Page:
Shelburne Public Library patrons can once again browse the shelves of the local library as they officially reopen for in-person access.
“To say that we’re excited to be actually welcoming our patrons inside, is an understatement,” said Rose Dotten, CEO and head librarian of the local library. “We are very close to our patrons. We see them, and we wave to them at curbside but we’re very excited to welcome them in, it’s quite a warm, fuzzy feeling to have them back.”
The Shelburne Public Library opened their doors to the public on Tuesday (July 13), after almost a year and a half of strictly curbside pickup.
“We never liked to say we were closed, we’ve always felt we were open because we felt we met all the needs. We took phone orders, email orders, put [books] on hold, and filled them that very day,” said Dotten.
Although they’ve reopened and COVID-19 restrictions have loosened indoor capacity, the library is putting a limit on time in the building. For now, users of the Shelburne Public Library will have a maximum of 30 minutes to browse the shelves and use the computers.
“We felt that, generally speaking, that was sufficient time for people to browse the shelves, go to the new books, see the authors they like, and sign up,” said Dotten. “It’s the turnover on the computers that we’re concerned about because when we’re fully open our computers are always full. The 30 minutes is so that more people can take advantage of the computers.”
While the library is open for in-person access, programs will continue to be run virtually until the end of summer. Programs the library is hosting for children include a Lego challenge, story time, sleepy story time, a scavenger hunt, and cooking modules. Teens can participate in a book club, baking sessions, and board game making lessons. Adults, teens, and children can also all participate in the BeanStack reading challenge.
“Right now, we feel the virtual is safe, and we’re doing so much to accommodate, in terms of craft bags and all the materials supplied free of charge,” said Dotten.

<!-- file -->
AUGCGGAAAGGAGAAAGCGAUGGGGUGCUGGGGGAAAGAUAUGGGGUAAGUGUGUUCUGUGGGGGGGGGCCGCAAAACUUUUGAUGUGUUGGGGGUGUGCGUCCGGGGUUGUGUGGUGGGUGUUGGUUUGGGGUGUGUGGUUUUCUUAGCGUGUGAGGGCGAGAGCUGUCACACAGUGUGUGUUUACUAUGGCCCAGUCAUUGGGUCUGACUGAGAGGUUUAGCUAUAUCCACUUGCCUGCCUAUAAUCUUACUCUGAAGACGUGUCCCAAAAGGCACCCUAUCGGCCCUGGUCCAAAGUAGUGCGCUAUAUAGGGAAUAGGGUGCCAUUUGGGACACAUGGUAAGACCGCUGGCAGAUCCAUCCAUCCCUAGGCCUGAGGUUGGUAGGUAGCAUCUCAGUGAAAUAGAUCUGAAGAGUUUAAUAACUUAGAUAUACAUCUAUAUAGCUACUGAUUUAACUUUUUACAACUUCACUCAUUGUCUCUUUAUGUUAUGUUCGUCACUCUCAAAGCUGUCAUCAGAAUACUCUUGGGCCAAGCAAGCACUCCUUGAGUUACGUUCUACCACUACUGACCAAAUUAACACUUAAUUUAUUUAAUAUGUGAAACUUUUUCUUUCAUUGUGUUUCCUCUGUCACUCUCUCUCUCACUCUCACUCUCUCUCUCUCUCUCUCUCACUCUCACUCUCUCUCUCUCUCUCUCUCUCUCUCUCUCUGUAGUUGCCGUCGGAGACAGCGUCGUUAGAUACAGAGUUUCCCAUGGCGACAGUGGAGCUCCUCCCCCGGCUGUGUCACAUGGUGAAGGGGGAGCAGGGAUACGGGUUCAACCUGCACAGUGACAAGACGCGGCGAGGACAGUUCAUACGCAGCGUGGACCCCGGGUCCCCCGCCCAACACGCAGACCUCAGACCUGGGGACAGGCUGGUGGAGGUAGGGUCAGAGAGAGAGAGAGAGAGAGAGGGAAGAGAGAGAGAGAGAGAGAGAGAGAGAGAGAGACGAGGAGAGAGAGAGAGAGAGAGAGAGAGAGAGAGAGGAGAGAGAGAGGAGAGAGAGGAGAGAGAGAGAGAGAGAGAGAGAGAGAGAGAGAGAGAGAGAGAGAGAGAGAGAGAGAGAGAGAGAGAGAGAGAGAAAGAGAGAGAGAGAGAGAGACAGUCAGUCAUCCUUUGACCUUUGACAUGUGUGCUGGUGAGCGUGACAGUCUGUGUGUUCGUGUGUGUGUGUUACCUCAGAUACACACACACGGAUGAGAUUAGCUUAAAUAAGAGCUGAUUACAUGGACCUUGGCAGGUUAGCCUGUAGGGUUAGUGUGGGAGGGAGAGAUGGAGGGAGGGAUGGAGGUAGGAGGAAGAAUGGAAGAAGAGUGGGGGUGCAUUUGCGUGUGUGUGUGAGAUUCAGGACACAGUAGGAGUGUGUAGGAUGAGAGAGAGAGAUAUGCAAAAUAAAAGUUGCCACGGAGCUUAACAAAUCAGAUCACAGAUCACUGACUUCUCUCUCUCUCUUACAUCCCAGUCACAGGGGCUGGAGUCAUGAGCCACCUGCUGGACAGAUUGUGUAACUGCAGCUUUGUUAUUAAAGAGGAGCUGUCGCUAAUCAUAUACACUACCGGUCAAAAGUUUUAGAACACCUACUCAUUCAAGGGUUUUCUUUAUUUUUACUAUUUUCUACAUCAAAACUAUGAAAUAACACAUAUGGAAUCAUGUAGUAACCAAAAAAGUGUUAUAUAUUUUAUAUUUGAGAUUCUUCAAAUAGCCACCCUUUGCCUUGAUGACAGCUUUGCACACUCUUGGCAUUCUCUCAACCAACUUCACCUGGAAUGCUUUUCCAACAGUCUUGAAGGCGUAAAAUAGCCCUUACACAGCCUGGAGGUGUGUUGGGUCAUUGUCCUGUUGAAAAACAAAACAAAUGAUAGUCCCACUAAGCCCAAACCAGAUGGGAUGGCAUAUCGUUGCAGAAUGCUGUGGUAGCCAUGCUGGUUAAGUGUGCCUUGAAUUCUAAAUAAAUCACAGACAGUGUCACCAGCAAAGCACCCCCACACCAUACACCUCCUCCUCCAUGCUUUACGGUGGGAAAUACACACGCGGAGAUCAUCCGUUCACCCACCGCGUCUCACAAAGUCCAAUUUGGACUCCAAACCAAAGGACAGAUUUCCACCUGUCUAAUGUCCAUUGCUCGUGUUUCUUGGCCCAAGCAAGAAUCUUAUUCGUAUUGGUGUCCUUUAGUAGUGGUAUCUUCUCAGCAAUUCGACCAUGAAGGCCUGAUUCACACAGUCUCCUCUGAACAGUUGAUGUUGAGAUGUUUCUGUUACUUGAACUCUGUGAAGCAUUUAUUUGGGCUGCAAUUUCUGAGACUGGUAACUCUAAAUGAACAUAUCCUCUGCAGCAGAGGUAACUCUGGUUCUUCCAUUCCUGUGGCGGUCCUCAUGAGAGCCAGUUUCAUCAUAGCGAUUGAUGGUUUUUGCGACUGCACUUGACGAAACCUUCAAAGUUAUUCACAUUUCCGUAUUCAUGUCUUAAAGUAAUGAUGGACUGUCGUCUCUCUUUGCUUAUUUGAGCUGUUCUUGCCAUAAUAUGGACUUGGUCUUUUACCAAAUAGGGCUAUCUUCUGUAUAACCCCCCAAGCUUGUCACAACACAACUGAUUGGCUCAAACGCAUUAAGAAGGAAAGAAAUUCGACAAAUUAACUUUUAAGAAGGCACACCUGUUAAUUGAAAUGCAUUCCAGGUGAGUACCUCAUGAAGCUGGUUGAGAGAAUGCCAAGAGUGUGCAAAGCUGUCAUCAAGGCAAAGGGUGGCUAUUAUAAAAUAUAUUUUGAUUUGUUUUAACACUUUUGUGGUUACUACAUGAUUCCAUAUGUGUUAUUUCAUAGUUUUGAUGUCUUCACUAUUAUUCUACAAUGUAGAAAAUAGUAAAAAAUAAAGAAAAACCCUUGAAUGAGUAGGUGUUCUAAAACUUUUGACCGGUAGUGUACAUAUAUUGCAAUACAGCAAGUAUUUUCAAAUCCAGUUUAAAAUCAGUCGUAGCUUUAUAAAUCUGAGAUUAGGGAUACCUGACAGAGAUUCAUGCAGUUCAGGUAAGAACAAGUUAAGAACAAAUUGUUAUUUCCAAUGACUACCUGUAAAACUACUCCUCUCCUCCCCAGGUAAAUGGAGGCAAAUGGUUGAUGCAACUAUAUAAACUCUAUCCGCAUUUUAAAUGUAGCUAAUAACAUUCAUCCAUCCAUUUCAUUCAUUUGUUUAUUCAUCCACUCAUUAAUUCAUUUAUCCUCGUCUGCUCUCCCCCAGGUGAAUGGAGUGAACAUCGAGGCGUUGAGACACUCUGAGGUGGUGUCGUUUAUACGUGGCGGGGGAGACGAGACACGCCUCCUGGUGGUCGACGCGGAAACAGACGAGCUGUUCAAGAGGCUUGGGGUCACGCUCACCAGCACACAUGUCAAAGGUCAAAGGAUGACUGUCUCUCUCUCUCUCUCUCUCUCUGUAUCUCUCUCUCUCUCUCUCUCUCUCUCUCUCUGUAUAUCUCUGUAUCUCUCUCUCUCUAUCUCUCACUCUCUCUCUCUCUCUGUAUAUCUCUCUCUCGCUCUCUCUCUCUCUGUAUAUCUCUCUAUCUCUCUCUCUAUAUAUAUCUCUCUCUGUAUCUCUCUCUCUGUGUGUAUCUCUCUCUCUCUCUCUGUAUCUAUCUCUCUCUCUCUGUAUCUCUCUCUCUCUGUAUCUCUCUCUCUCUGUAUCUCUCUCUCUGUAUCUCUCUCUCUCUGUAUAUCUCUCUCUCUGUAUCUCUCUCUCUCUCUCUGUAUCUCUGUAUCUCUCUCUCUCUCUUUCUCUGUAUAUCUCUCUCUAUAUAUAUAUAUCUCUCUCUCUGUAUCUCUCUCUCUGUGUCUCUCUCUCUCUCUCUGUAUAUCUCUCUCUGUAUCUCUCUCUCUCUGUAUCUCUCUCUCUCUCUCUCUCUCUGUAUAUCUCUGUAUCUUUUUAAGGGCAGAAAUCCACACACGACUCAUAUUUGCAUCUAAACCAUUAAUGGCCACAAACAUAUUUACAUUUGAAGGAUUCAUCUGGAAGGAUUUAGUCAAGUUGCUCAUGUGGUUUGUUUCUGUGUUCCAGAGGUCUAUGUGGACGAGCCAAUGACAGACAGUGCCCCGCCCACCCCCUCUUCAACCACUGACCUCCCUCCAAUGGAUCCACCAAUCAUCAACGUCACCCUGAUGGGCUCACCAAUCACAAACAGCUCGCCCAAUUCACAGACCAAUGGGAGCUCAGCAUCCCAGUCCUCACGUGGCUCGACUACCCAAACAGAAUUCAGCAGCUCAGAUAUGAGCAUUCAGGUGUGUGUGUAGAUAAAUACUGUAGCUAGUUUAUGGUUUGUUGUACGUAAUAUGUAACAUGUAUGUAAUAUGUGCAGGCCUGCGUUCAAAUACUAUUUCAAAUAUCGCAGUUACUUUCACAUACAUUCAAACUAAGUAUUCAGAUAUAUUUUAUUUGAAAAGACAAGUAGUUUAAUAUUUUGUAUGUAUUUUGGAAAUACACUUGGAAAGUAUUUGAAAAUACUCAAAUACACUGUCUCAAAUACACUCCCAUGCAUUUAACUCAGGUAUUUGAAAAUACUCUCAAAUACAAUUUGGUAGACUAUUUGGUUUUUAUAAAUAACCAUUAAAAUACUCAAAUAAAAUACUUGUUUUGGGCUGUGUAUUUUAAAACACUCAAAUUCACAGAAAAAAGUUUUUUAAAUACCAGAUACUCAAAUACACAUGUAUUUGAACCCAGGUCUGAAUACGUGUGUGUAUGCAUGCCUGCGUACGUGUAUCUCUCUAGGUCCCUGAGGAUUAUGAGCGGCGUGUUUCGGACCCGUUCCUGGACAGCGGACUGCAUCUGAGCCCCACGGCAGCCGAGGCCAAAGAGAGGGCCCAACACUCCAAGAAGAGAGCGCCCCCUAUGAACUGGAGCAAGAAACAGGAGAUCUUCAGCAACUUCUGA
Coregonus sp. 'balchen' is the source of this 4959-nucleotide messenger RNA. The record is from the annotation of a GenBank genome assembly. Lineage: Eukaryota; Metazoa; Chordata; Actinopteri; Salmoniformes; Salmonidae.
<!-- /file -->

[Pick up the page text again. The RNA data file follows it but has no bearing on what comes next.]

The Shelburne Public Library is also currently partaking in the TD Summer Reading Program, which they received the award of best children’s reading program in Canada in 2011 and 2016.
Dotten said they will look into starting in-person programing come September.
One new aspect the local library is enacting is the waiving of fines for late or overdue books.
“We know that fines can create barriers for vulnerable community members. It can prevent them from accessing services that support early literacy and lifelong learning support, which is in direct contradiction to our mandate of being the primary source of freely accessible, cultural, educational, and leisure resources,” said Dotten.
Patrons will still be responsible for returning books and replacing missing or damaged books, she added.
“As far as the daily fines, if people are a few days late, for whatever reason, we will not be charging fines,” Dotten explained.
The Shelburne Public Library will be implementing public health measure for in-person access including mandatory masks, physical distancing, and checking body temperature with technology donated for uses by KTH.
Dotten said that as long as there is demand for curbside pickup, they will continue to provide the service for library users.
Paula Brown, Local Journalism Initiative Reporter, Shelburne Free Press